This research project aimed at evaluating four internationally accepted leachate extraction tests to determine their applicability on sewage sludge samples. Furthermore, the present analytical method to determine the leachable fraction of sludge for compliance to South African sludge legislation was evaluated. Leaching tests are done on sludge samples to determine element mobility. This is important since land application of sewage sludge is an accepted and regulated sludge management practice. A literature survey was done to evaluate the mobility over time of metals originating from sludge-amended soils. Mobility is initially due to the organic content of the soil and after organic matter decomposition, it is dependant on the inorganic content. Mobile metals in sludge-amended soil can cause potential environmental risks like groundwater contamination and metal accumulation in soil. Metal accumulation can further lead to increased plant uptake of metals. To determine the partitioning or fractionation of metals found in sludge-amended soil, selective sequential extractions and single extractions can be used. Since South African sludge legislation specifies a single extraction procedure, four were selected for comparative studies. The selected procedures were the USA Environmental Protection Agency (EPA) Toxicity Characteristic Leaching Procedure (TCLP) the Australian Standard Bottle leaching Test (AS 4439.3) the Nederlands Normalisatie-Insitiuut availability test (NEN 7341) and the Deutches Institut für Normung water leachability test (DIN 38 414-S4). A variation of the TCLP is specified for use in South Africa. Three sewage sludge sample lots were collected. The first consisted of 24 sub-samples that were collected from 24 different wastewater treatment works on the East Rand. Both leachable (TCLP) and total (aqua regia) extraction was done on these samples for Cd, Co, Cr, Cu, Hg, Mo, Ni, Pb, Zn, Se, B and Fe. A relationship between the leachable and total extractions was found for Co and Pb but could not be tested by literature values due to a variation in the sample preparation. The TCLP leachates were also analysed by Atomic Absorption and Inductively Coupled Plasma techniques to compare the applicability of the two. It was found that both techniques are acceptable for leachate analysis. The second sample lot collected from a single wastewater treatment plant was used to determine the leachable effect of the difference between the South African adapted TCLP and the USA EPA procedure as well as the NEN procedure. The EPA specifies all samples be extracted on an “as is” basis while the South African adaptation specifies dry samples. It was found that no element was comparative between dry and wet sample for both extraction procedures. It was observed that wet extractions yield generally higher values than dry extractions. A third sample lot was collected two months after the second sample lot at the same wastewater treatment works. It was used to compare the four extraction procedures. From this it was found that the DIN yielded the highest results for the specified elements. This procedure could not be recommended since the experimental difficulties and the duration of the test make it an unsuitable regulatory compliance tests protocol.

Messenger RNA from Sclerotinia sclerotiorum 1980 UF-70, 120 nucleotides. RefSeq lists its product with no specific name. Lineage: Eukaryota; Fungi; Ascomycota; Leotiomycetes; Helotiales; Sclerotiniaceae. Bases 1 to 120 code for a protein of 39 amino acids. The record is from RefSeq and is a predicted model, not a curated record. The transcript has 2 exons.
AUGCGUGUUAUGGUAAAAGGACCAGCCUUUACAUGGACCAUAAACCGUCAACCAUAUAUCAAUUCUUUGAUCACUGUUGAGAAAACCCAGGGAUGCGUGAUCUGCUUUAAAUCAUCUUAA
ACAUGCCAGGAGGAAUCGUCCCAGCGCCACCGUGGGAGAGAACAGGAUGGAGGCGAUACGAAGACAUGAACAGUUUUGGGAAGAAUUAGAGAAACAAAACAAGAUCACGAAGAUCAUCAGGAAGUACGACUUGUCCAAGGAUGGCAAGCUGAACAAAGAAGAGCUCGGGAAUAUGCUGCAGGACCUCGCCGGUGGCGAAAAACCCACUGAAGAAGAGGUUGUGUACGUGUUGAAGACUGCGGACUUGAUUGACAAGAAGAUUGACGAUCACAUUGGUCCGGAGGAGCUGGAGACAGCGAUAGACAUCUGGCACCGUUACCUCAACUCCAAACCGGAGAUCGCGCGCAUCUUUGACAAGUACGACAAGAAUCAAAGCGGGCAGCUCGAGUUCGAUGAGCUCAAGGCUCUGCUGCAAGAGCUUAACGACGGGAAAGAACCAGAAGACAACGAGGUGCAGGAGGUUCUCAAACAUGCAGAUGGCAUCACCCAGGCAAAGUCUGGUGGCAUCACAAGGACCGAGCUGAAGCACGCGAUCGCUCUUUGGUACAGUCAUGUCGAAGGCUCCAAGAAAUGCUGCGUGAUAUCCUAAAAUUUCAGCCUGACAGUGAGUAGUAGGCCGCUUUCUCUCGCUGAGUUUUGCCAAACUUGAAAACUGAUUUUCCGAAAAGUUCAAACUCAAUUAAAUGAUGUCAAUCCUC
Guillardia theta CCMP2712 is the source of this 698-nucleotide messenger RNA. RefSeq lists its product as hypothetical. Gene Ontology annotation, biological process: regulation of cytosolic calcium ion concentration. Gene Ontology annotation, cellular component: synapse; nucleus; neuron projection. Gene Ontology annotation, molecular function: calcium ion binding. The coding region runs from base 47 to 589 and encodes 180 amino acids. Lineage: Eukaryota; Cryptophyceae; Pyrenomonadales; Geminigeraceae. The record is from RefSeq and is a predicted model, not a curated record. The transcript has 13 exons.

Dissertation (MSc (Environmental Technology))--University of Pretoria, 2006.